Review: Casanova: Acedia #1

I’ve been having more and more conversations recently about comics with people who don’t read comics. What strikes me about these conversations isn’t what the other person typically says about comics (they’re for children, they’re sexists, they’re not as literary as other mediums), but my response to these people. Often, I’ll point to certain comics I have in my literary holster, and make some argument about how they function as high art (See me talking about Jimmy Corrigan and page layout, Ant Colony and existentialism, All-Star Superman and myth, etc.). What I never mention though is that I like comics because I think they’re cool. They make me feel great when well executed because they allow me a measure of escapism unlike any other medium. I could offer some lengthier, more thoughtful explanation about why I don’t mention this cool factor, but it’s simply because a concern with cool is sophomoric, and remember, I’m trying to make people see comics as art. Art. However, I couldn’t get around to writing this review until I embraced the cool.

Casanova-Acedia-#1-1-30-15Until I told myself that in spite of not doing anything herein that feels as innovative as his work on Sex Criminals or his more recent comic, Ody-C, Matt Fraction knows how to write the shit out of a cool story. See exhibit A- an opener that starts with an amnesiac Casanova descending from wreckage nearby the Hollywood sign with sparse narration the way that Hollywood films would benefit from emulating. From there he moves things forward to Casanova, now under the name Quentin Cassiday, working as a majordomo for Amiel Boutique, a powerful older man.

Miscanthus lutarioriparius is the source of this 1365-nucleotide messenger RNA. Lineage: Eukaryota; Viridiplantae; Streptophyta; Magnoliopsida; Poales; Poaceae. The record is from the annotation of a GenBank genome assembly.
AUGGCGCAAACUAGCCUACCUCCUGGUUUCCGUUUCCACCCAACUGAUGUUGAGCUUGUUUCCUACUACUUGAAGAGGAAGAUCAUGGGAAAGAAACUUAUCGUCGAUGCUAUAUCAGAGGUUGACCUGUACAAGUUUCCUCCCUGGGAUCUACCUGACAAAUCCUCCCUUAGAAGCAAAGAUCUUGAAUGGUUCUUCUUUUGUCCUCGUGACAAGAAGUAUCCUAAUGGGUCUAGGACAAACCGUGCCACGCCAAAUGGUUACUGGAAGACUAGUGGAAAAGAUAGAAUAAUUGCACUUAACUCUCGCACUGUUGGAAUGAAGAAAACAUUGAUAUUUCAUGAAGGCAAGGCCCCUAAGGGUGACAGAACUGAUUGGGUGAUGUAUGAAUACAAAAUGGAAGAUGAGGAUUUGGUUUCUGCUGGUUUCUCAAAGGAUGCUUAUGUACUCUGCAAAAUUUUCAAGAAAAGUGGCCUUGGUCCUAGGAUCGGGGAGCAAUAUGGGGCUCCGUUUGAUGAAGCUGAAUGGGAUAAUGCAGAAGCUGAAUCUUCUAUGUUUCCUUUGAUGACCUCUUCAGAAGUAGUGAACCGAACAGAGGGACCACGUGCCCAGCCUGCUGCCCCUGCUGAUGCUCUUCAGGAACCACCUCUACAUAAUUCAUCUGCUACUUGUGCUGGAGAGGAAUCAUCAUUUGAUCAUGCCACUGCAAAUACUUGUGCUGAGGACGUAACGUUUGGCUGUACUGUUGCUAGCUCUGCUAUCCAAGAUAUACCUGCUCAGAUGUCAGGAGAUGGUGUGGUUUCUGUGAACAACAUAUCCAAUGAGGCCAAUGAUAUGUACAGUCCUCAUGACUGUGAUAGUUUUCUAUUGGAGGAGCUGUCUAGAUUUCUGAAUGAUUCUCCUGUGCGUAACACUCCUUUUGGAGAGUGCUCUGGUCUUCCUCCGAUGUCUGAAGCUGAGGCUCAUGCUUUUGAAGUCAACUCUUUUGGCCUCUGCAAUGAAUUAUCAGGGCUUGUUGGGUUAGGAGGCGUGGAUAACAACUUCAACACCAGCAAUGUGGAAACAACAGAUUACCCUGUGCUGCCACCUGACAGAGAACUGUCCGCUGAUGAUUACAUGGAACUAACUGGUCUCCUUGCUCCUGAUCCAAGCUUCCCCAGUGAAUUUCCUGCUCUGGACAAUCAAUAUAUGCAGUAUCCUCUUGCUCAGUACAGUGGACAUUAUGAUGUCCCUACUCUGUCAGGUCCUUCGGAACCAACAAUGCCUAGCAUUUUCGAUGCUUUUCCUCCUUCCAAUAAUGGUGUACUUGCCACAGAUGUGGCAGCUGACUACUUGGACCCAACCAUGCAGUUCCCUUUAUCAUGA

Things soon escalate from this set-up with Cassiday engaging in a fight with a party guests. See exhibit B- humorous panty shot to flirtatious dialogue with would-be assassin followed by underwater fight. Soon after we learn that Boutique also has no memory of life prior to his mid-thirties, and so he tasks Casanova with the mission of finding out while he can on himself while Boutique does the same for him.

Once we get into Casanova’s dope car, and to the library that’s when the crazy occurs. See exhibit C- Casanova works diligently until interrupted by a squad of people in origami masks who speak in a language composed of intricate symbols. Then, oh ya, shit goes down and Casanova walks out the library, only losing one thing in the process.

Fraction’s confident script however would be nothing if not for the work of Fábio Moon, who always depicts scenes at the height of movement, such as when he draws the would-be assassin prior to and after revealing her underwear in a playful gesture. The two panels work well to convey the little time that passes between the gesture as the action around the woman seems to move quickly, a server out of frame in the first panel, and edging his tray in by the second. It’s a detail that exposes the blink-and-you-miss-it nature of the gesture. Of course, Moon does more than fabulous flashing work, giving Casanova and his origami attackers a great sense of weight as Casanova takes them down one at a time with unsettling precision and detachment.

I need to keep in mind that it’s ok to care about coolness in the work I read. There’s nothing wrong with saying that at parties when people ask why you read comics. I think I’m gonna start a support group. You are all invited. My name is André Habet, and Matt Fraction and Fábio Moon write a cool comic. It’s called Casanova Acedia.

Score: 4/5

Writers: Matt Fraction Artist: Fábio Moon Publisher: Image Comics Price: $3.99 Release Date: 1-28-15 Format: Mini-Series; Print/Digital